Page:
In April 2020, the Food and Drug Administration (FDA) requested that all forms of prescription and over-the-counter (OTC) ranitidine (Zantac) be removed from the U.S. market. This recommendation was made because unacceptable levels of NDMA, a probable carcinogen (cancer-causing chemical), were found in some ranitidine products. If you’re prescribed ranitidine, talk with your doctor about safe alternative options before stopping the drug. If you’re taking OTC ranitidine, stop taking the drug and talk with your healthcare provider about alternative options. Instead of taking unused ranitidine products to a drug take-back site, dispose of them according to the product’s instructions or by following the FDA’s guidance.

Indigestion (dyspepsia) happens to almost everyone. Eating habits or a chronic digestive problem can trigger indigestion.

Indigestion can cause:

Other common symptoms of include:

  • feeling full during a meal and not being able to finish eating
  • feeling very full after eating a normal-sized meal
  • burning sensation in the stomach or esophagus
  • gnawing sensation in the stomach
  • experiencing excessive gas or belching

Don’t’ ignore severe symptoms of indigestion. See your doctor right away if you experience any of the following:

Indigestion something results from overeating or eating too fast. Spicy, greasy, and fatty foods also increase the risk of indigestion. Lying down too soon after eating can make it harder to digest food. This increase your risk for abdominal discomfort.

Other common causes of poor digestion include:

Nonsteroidal anti-inflammatory drugs, such as aspirin, ibuprofen, and naproxen, are one class of medications that can cause side effects.

Eating habits and lifestyle choices can cause. Symptoms of indigestion can also be caused by:

Peptic ulcers are sores in the lining of the stomach, esophagus, or duodenum that can be caused by H. pyloribacteria.

Sometimes, there’s no known cause of indigestion, which is referred to as functional dyspepsia. Functional dyspepsia may be caused by abnormal muscle motility, like a squeezing action, in the area where the stomach muscles digest and move food into the small intestine.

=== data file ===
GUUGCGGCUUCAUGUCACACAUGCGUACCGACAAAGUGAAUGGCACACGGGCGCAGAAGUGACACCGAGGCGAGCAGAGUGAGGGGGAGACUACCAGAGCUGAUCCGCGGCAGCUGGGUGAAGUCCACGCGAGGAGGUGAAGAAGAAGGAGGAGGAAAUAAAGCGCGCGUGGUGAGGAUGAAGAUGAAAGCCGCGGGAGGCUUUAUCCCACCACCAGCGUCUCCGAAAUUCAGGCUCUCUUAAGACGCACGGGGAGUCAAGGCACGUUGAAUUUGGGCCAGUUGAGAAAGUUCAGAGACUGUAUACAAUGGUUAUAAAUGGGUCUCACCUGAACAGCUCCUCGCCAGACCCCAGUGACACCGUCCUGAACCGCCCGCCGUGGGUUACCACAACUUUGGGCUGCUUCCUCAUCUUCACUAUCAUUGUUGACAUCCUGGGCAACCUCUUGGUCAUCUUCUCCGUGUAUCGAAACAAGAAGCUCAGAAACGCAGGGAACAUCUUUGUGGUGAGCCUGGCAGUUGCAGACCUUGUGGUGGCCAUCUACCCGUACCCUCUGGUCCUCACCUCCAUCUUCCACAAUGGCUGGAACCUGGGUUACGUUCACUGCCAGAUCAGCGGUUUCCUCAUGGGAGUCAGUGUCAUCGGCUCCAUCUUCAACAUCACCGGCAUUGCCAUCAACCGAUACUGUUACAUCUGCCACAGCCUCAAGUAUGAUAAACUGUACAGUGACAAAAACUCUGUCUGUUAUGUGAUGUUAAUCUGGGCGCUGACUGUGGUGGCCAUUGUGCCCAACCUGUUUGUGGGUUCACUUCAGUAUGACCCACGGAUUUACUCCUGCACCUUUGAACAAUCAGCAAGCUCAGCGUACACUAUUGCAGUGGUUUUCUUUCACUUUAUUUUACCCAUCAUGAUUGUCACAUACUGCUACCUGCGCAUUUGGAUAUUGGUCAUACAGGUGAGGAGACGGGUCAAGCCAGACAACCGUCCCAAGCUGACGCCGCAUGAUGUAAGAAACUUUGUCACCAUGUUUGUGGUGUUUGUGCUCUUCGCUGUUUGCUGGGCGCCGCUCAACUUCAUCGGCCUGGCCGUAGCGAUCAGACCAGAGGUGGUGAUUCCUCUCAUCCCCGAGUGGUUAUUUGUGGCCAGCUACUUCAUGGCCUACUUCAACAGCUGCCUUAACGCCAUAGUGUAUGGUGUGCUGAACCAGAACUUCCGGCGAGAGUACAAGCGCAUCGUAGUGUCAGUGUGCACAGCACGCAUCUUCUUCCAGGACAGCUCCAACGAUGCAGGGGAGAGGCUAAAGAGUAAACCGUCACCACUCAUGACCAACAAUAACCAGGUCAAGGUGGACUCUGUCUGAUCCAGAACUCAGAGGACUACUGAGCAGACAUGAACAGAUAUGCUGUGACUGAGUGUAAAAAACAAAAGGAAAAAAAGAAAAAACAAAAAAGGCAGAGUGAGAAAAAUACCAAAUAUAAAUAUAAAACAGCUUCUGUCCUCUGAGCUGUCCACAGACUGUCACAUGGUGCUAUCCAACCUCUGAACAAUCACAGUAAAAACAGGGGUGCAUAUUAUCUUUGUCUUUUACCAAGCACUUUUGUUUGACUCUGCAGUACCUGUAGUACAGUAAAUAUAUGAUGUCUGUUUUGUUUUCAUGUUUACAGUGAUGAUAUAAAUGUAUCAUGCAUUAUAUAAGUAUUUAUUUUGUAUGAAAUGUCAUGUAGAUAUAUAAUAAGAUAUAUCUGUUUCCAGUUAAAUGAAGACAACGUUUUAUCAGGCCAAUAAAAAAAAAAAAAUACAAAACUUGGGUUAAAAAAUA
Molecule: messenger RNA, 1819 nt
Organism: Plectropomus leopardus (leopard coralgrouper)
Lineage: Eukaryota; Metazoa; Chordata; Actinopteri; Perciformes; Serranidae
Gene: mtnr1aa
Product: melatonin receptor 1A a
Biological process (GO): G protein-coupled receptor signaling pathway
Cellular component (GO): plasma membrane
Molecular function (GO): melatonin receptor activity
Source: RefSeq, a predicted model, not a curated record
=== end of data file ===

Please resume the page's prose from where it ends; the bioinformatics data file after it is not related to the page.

Your doctor will likely start by asking questions about your medical history and eating habits. You’ll also undergo a physical examination. Your doctor may order X-rays of your abdomen to see if there are any abnormalities in your digestive tract.

They may also collect blood, breath, and stool samples to check for a type of bacteria that causes peptic ulcers.

Your doctor can order an endoscopic exam to check your upper digestive tract for abnormalities.

During an endoscopy, your doctor passes a small tube with a camera and biopsy tool through your esophagus into your stomach. They can then check the lining of the digestive tract for diseases and collect tissue samples. You’ll be mildly sedated for this procedure.

An upper gastrointestinal (GI) endoscopy can diagnose the following:

  • reflux esophagitis
  • ulcers
  • inflammatory diseases
  • infection cancer


Several medications can be used to treat indigestion, but they may cause side effects. Over-the-counter antacids like Maalox and Mylanta help neutralize stomach acid, but may cause diarrhea or constipation.

H2 receptor antagonists (H2RAs) like Pepcid reduce stomach acid. Side effects are uncommon, but can include:

  • nausea
  • vomiting
  • diarrhea
  • rash or itching
  • constipation
  • headache
  • bleeding or bruising

Prokinetics, like prescription medications Reglan and Motilium, improve the muscle action — or motility — of the digestive tract. These medications may cause:

  • depression
  • anxiety
  • involuntary movements or spasms
  • fatigue

Proton pump inhibitors (PPIs) like Prilosec reduce stomach acid, but are stronger than H2RAs. Side effects include:

  • nausea and vomiting
  • constipation
  • diarrhea
  • cough
  • headache
  • backache
  • dizziness
  • abdominal pain

Both PPIs and H2 drugs are typically used to treat peptic ulcers. If H. pylori are the cause of ulcers, these drugs are used in combination with antibiotics like clarithromycin and amoxicillin.

Lifestyle changes and home care

Medication isn’t the only treatment for indigestion. You may be able to improve digestion and relieve uncomfortable symptoms with lifestyle adjustments. For example:

Poor digestion is a common problem. However, you shouldn’t ignore indigestion that’s:

  • chronic
  • severe
  • unresponsive to over-the-counter medication

If left untreated, the symptoms of indigestion may interfere with your quality of life.

If you’re can’t manage indigestion at home, speak with your doctor. They can help determine the underlying cause of your digestion issues.